Biomedical Engineering Reference
In-Depth Information
recently was the critical role of VEGF in this process recognized. After bone
injury, VEGF is up-regulated during the first days and gradually decreases
in the second week [28]. It directly signals to cells involved in bone forma-
tion such as osteoblasts, and mediates their function during bone repair [12,
161-164]. Inhibition of VEGF activity leads to decreased angiogenesis, bone
formation, and mineralization [11, 165]. VEGF furthermore interacts with
signaling pathways of various osteogenic growth factors [163]. Bone morpho-
genetic proteins (BMPs) are widely studied for their multifaceted functions
in growth and differentiation of bone. Recent studies indicate that their os-
teogenic potential may be due to synergistic actions with VEGF, and crosstalk
between osteoblasts and endothelial cells [166-168].
Polymeric VEGF delivery systems for regeneration of functional bone are
required to be mechanically competent, and may also need to appropriately
mimic spatial and temporal presentation of multiple growth factors. VEGF
supply for two weeks after the initial injury may prove therapeutically benefi-
cial [28]. However, complex and difficult fractures resulting in delayed healing
may require a more prolonged application scheme [29]. Synergistic delivery
of VEGF with osteogenic growth factors, such as BMPs, may accelerate bone
formation and improve the functionality of the regenerated bone. The ther-
apeutic benefit will likely depend on the individual doses, as well as their
ratio [169].
Polymeric Delivery Systems
Mineralized PLGA scaffolds provide systems for multiple growth factor deliv-
ery that exhibit improved mechanical properties, and offer porous, bone-like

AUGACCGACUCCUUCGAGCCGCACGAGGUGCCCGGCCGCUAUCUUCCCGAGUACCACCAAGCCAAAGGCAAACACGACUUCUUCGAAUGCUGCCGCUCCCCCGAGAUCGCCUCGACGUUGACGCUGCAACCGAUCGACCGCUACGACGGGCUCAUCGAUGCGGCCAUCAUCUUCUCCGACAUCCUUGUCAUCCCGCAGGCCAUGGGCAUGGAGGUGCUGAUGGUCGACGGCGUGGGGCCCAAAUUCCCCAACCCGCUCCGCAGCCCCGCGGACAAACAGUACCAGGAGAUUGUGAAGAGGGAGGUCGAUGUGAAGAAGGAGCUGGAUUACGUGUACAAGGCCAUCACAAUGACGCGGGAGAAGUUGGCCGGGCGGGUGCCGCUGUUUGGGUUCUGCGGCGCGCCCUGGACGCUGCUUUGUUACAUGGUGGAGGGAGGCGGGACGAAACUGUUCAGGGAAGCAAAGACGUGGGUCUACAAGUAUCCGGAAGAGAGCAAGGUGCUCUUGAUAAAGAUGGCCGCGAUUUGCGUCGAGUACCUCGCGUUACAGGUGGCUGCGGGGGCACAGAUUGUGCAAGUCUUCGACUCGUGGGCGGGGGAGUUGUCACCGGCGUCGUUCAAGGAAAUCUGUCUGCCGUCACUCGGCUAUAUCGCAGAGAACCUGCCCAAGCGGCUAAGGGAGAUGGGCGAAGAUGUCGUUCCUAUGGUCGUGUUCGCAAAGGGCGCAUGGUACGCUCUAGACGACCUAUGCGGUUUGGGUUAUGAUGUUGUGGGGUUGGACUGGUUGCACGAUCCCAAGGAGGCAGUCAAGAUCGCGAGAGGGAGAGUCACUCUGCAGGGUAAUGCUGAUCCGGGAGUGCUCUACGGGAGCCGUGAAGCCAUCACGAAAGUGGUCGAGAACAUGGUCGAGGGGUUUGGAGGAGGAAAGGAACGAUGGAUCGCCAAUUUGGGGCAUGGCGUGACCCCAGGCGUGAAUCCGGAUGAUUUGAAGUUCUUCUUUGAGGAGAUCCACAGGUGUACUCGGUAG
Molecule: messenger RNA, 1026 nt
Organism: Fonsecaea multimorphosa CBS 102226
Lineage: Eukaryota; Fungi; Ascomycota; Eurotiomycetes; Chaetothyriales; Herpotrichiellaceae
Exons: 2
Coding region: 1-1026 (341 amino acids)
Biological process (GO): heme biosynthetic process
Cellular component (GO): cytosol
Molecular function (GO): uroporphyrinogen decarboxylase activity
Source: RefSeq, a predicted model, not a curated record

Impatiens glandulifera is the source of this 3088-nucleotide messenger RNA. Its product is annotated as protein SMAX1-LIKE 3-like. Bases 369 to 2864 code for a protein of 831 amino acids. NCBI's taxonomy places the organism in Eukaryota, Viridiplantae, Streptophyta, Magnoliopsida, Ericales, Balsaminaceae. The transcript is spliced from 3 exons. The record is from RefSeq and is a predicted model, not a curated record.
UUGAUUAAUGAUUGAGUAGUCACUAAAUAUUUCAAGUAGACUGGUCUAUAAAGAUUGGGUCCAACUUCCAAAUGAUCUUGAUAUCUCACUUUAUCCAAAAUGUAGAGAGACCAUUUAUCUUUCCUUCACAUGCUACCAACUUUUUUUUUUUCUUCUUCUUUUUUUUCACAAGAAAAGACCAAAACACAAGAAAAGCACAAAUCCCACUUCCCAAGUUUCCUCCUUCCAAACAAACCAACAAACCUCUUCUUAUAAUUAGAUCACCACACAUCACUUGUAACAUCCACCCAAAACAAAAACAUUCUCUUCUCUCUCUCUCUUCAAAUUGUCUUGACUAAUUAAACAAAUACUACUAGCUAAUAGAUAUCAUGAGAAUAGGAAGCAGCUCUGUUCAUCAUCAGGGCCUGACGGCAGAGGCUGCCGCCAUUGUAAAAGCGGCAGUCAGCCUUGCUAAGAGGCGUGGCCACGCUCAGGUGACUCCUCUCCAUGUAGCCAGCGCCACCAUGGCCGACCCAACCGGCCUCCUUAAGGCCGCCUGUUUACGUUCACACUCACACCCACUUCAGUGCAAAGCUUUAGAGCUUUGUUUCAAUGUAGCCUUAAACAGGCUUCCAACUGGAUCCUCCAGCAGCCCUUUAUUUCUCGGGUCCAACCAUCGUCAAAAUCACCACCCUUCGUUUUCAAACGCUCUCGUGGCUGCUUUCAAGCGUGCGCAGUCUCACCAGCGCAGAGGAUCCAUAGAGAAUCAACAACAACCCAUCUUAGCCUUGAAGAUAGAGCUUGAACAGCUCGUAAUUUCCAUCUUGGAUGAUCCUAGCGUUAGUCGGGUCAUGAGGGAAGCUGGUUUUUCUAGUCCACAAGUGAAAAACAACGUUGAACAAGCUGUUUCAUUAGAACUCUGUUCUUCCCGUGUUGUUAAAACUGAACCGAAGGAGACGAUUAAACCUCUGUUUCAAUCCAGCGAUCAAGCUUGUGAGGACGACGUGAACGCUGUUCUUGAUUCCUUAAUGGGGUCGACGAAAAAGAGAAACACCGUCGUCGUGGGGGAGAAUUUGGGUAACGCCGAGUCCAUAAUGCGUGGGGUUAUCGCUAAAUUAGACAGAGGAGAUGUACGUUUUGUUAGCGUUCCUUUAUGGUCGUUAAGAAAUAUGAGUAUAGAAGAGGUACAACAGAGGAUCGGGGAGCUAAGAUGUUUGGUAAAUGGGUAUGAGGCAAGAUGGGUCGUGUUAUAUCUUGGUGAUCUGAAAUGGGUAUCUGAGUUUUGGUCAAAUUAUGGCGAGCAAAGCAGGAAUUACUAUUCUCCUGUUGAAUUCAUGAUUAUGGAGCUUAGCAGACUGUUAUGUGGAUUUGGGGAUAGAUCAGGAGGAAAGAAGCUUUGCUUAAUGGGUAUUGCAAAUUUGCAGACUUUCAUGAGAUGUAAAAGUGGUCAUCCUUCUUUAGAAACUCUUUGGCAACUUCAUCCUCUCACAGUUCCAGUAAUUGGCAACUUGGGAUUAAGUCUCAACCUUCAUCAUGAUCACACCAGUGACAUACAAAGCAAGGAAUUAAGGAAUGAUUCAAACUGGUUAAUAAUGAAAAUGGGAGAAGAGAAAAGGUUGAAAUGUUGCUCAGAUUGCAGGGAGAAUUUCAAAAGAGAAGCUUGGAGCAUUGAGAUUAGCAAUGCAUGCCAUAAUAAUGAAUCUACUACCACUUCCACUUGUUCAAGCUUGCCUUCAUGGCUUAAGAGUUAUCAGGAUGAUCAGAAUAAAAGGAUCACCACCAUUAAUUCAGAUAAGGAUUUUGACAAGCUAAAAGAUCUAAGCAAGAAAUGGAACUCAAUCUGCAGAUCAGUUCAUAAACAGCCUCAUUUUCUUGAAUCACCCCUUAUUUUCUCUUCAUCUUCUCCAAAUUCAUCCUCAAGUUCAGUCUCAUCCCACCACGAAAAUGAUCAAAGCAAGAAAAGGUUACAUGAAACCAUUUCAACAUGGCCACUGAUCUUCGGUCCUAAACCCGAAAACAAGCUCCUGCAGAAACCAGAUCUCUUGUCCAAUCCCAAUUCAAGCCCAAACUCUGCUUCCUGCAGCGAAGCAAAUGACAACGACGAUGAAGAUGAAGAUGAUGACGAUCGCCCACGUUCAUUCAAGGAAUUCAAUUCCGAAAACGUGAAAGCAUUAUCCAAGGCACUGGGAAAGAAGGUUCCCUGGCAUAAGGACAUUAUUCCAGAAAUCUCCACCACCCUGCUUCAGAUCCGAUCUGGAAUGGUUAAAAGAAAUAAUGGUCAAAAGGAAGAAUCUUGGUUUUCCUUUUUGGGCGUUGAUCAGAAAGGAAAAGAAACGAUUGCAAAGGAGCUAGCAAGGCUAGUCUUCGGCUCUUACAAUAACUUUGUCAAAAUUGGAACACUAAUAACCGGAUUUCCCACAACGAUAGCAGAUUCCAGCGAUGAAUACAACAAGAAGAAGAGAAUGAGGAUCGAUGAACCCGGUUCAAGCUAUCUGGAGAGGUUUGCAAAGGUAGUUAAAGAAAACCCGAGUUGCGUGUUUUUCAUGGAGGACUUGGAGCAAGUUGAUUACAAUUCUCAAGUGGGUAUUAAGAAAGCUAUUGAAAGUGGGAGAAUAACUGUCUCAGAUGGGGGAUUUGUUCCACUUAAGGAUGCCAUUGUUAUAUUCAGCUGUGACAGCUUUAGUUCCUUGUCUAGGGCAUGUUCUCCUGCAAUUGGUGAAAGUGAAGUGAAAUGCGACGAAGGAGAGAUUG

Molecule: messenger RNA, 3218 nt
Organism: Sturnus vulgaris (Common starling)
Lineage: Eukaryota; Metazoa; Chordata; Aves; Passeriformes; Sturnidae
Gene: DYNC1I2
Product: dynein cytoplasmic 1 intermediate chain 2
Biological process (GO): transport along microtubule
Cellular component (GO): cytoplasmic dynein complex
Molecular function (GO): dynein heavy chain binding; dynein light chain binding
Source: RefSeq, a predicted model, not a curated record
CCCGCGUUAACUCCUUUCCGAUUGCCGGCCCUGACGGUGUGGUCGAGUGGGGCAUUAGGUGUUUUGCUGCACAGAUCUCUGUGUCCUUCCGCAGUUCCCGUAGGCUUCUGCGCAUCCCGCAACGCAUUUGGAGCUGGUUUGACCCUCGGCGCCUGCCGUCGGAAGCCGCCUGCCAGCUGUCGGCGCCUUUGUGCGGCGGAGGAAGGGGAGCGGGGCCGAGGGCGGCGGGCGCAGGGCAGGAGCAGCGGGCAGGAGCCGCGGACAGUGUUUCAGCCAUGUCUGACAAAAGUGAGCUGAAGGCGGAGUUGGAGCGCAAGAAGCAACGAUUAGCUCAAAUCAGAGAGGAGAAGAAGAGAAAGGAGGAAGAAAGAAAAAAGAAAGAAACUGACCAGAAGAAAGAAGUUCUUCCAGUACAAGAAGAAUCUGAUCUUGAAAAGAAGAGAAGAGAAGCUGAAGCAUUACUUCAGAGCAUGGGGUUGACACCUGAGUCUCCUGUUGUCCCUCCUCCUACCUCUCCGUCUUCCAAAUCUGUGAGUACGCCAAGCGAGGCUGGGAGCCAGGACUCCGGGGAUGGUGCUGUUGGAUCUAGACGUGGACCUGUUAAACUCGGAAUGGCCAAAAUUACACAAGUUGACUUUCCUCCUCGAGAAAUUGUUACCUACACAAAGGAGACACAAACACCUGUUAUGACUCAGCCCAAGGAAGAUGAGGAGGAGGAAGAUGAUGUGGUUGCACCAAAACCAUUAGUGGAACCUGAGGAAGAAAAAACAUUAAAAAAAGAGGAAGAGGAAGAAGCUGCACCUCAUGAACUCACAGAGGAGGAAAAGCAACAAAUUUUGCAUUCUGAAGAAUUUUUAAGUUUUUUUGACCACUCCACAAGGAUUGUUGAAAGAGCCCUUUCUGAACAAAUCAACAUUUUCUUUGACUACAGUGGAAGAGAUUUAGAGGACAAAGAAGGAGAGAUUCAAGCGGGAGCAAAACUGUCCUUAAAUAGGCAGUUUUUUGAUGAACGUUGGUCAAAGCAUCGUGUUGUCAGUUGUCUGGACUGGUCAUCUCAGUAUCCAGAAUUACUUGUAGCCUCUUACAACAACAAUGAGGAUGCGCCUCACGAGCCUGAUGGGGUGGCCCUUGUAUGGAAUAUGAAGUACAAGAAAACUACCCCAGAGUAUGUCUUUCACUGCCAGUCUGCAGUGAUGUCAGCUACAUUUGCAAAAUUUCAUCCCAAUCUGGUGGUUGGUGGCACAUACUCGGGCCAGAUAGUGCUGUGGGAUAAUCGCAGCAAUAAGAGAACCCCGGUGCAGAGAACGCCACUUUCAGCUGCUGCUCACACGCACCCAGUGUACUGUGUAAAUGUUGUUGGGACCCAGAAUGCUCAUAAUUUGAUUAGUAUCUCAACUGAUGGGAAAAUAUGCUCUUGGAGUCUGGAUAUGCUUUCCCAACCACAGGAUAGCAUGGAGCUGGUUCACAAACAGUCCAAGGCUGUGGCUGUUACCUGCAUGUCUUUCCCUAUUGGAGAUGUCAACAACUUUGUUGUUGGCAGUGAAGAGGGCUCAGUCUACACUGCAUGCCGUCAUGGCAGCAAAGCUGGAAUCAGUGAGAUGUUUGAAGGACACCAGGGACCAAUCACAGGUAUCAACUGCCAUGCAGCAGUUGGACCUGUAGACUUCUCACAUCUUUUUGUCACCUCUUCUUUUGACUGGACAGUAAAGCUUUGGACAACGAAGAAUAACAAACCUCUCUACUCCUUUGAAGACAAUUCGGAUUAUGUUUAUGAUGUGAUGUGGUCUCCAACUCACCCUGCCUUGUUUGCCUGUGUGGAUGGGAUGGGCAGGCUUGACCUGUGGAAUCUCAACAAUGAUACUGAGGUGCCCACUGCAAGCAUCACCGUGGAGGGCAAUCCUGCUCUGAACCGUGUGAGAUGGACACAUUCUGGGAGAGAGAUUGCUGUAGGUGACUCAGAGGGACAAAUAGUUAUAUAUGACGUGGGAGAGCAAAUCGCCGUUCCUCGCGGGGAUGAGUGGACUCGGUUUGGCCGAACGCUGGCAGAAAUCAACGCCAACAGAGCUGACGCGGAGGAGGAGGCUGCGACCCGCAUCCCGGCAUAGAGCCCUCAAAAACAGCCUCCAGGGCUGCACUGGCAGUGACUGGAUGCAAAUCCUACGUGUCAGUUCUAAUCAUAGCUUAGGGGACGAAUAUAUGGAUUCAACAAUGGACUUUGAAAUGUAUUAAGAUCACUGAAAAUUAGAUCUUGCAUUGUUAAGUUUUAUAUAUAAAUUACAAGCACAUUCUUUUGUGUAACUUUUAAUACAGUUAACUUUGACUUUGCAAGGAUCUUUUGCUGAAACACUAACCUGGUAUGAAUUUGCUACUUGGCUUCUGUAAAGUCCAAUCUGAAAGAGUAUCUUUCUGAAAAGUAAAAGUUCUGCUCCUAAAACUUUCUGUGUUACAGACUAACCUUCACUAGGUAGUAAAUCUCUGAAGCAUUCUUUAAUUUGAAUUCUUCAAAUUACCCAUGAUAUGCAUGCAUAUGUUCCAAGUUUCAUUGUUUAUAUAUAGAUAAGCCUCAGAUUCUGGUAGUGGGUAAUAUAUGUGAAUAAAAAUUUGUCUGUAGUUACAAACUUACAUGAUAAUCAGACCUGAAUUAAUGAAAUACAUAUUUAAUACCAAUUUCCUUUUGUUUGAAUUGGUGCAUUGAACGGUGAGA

substrates that allow for bone conduction [67, 134, 137]. They may be placed
during the surgeries frequently required for severe bone fractures. The VEGF
release kinetics from these scaffolds is retarded through the mineralization
process, and may be further controlled by the polymer composition [170]. Be-
fore implantation, these vehicles may be readily seeded with cells that either
intrinsically possess bone regenerative properties [136] or that were previ-
ously subjected to ex vivo gene therapy to express angiogenic and osteogenic
factors (e.g., VEGF and BMPs) [169]. The sustained delivery of condensed
plasmid DNA encoding for both VEGF and BMP represents an alternative
strategy to yield localized and sustained presentation of these growth fac-
tors [87]. Since such approaches rely on the presence of cells that can take up,
produce, and secrete the respective factors, simultaneous delivery of compe-
tent osteogenic precursor cells may prove beneficial [87]. Furthermore, bone
healing and VEGF signaling may be improved by utilizing RGD-modified
alginate gels [57, 59, 171], and bone formation with these materials may be
regulated by the polymer degradation rate [59]. Providing multiple growth
factors [57], and/or incorporating other cell types that can actively partici-
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